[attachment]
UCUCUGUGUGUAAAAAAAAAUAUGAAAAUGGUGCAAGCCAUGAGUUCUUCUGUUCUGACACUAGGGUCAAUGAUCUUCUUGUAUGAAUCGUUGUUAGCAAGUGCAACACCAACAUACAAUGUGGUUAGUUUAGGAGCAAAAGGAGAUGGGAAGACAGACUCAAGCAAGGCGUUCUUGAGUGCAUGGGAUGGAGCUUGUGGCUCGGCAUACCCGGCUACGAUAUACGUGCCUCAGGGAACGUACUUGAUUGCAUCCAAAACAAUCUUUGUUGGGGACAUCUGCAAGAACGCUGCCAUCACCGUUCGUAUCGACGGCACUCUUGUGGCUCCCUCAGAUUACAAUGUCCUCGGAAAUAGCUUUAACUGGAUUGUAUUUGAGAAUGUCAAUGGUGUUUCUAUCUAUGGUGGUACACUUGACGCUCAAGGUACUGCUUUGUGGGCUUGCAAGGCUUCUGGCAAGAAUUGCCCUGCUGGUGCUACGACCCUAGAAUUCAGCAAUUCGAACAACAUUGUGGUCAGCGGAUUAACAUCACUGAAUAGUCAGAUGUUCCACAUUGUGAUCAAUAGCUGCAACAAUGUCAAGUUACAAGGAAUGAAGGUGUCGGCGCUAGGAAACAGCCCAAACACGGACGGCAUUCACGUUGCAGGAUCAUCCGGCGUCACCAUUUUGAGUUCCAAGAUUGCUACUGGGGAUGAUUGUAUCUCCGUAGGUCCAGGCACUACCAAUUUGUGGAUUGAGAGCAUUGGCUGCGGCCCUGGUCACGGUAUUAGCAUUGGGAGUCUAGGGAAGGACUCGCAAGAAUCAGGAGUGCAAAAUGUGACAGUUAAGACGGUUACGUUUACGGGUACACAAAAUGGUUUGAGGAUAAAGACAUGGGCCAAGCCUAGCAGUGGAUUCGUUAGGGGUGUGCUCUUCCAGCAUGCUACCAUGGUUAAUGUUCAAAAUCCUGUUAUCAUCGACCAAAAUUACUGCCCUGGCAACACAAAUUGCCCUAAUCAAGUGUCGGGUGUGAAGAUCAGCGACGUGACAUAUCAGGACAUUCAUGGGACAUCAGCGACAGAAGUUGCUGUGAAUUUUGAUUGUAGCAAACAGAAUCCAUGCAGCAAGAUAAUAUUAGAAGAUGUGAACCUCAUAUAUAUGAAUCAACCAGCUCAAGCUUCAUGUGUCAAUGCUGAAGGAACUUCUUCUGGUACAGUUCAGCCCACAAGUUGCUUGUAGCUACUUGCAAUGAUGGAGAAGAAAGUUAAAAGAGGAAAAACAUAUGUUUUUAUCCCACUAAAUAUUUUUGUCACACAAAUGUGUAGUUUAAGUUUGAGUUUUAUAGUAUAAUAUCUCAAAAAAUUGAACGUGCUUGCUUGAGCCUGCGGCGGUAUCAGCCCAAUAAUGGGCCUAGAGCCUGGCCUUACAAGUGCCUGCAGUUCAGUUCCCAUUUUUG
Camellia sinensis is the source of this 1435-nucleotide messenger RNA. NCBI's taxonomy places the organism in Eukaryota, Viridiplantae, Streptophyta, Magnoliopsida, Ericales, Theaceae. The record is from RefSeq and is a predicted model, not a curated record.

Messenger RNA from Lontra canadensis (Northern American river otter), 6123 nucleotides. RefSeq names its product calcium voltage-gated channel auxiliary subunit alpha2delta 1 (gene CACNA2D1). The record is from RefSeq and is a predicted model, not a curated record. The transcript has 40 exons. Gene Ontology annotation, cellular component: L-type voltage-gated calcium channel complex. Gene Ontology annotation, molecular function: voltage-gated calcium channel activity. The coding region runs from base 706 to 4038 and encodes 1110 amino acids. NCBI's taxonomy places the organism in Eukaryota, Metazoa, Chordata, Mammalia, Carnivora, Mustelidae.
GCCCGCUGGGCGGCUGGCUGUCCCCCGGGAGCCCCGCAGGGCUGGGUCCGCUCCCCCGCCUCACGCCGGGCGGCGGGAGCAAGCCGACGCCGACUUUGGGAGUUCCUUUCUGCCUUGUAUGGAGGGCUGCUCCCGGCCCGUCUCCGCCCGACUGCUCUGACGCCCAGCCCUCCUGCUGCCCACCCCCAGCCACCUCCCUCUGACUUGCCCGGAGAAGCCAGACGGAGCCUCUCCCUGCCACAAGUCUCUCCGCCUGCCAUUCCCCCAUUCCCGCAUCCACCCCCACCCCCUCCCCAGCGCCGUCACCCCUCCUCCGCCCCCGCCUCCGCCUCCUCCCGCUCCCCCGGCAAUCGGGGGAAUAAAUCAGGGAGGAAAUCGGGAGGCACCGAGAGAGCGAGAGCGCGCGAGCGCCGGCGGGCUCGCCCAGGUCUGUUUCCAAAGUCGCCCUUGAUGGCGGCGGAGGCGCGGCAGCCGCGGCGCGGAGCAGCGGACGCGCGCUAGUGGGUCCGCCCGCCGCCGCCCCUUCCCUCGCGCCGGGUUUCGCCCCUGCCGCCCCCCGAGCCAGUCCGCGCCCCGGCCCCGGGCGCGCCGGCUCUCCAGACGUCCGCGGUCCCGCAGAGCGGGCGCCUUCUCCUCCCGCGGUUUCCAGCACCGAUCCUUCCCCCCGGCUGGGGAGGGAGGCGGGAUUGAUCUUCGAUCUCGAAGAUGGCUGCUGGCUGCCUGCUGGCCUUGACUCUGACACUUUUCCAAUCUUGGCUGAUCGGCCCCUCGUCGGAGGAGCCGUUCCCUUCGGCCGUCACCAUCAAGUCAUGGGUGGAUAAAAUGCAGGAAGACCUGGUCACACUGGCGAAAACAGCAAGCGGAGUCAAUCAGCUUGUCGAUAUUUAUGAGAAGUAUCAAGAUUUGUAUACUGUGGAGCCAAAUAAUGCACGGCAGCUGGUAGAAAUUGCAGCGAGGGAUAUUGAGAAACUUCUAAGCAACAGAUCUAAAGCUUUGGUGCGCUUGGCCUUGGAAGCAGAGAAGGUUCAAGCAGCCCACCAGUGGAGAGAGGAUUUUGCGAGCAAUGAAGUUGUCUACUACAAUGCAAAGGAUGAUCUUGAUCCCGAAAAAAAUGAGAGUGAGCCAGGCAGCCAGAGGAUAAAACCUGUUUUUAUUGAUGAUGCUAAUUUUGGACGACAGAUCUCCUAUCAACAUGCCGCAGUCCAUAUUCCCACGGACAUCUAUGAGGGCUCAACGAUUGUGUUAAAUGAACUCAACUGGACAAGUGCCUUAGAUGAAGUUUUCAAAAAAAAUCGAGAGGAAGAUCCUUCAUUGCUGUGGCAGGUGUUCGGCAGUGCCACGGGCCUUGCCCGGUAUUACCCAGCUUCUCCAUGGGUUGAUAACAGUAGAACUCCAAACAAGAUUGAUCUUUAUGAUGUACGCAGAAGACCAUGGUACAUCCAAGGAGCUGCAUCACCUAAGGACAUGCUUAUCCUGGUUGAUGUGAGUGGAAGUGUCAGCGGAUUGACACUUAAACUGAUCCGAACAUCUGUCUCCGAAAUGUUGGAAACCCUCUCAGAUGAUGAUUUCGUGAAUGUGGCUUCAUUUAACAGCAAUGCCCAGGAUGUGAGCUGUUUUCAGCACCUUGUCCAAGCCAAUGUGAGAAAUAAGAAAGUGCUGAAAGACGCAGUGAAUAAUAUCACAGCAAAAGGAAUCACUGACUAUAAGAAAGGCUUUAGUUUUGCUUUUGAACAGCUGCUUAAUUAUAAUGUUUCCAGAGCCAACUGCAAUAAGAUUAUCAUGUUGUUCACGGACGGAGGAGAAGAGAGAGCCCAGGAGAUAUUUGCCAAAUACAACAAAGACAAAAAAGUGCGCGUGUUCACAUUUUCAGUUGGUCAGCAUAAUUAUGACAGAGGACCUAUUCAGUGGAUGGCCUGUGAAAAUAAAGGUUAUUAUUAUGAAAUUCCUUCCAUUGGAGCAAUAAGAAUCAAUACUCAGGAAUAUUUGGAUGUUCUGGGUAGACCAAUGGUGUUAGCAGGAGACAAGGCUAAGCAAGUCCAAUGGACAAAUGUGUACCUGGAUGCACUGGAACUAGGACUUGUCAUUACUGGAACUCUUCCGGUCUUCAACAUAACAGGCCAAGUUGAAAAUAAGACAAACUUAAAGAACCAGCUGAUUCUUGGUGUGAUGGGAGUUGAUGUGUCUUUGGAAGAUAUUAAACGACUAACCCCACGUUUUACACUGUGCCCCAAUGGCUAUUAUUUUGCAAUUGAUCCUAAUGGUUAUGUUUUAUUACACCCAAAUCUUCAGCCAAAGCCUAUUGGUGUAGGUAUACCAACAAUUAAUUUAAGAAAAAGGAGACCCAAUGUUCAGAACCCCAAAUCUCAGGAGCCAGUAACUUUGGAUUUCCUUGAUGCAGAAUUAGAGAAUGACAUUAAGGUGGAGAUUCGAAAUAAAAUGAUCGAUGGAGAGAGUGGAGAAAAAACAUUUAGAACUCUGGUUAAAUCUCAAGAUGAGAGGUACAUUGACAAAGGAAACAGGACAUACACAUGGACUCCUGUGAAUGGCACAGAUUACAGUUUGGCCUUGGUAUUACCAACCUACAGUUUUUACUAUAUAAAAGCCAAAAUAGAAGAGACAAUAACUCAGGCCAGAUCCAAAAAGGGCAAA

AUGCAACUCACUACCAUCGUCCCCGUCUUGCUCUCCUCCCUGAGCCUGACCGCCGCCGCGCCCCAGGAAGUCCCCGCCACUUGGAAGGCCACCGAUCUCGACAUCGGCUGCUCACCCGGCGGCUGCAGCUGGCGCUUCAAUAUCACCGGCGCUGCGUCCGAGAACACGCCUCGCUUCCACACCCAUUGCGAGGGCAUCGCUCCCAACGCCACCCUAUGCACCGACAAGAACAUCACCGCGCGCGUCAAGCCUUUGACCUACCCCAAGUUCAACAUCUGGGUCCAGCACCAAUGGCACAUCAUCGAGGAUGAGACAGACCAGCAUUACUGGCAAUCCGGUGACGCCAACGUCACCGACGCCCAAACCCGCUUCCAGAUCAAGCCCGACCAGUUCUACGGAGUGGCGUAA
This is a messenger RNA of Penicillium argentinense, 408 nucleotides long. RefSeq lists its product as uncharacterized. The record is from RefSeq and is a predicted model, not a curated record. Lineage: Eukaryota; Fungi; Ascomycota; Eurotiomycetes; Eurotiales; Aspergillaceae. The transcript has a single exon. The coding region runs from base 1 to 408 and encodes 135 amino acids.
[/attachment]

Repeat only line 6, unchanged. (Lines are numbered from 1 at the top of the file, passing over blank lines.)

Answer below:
This is a messenger RNA of Penicillium argentinense, 408 nucleotides long. RefSeq lists its product as uncharacterized. The record is from RefSeq and is a predicted model, not a curated record. Lineage: Eukaryota; Fungi; Ascomycota; Eurotiomycetes; Eurotiales; Aspergillaceae. The transcript has a single exon. The coding region runs from base 1 to 408 and encodes 135 amino acids.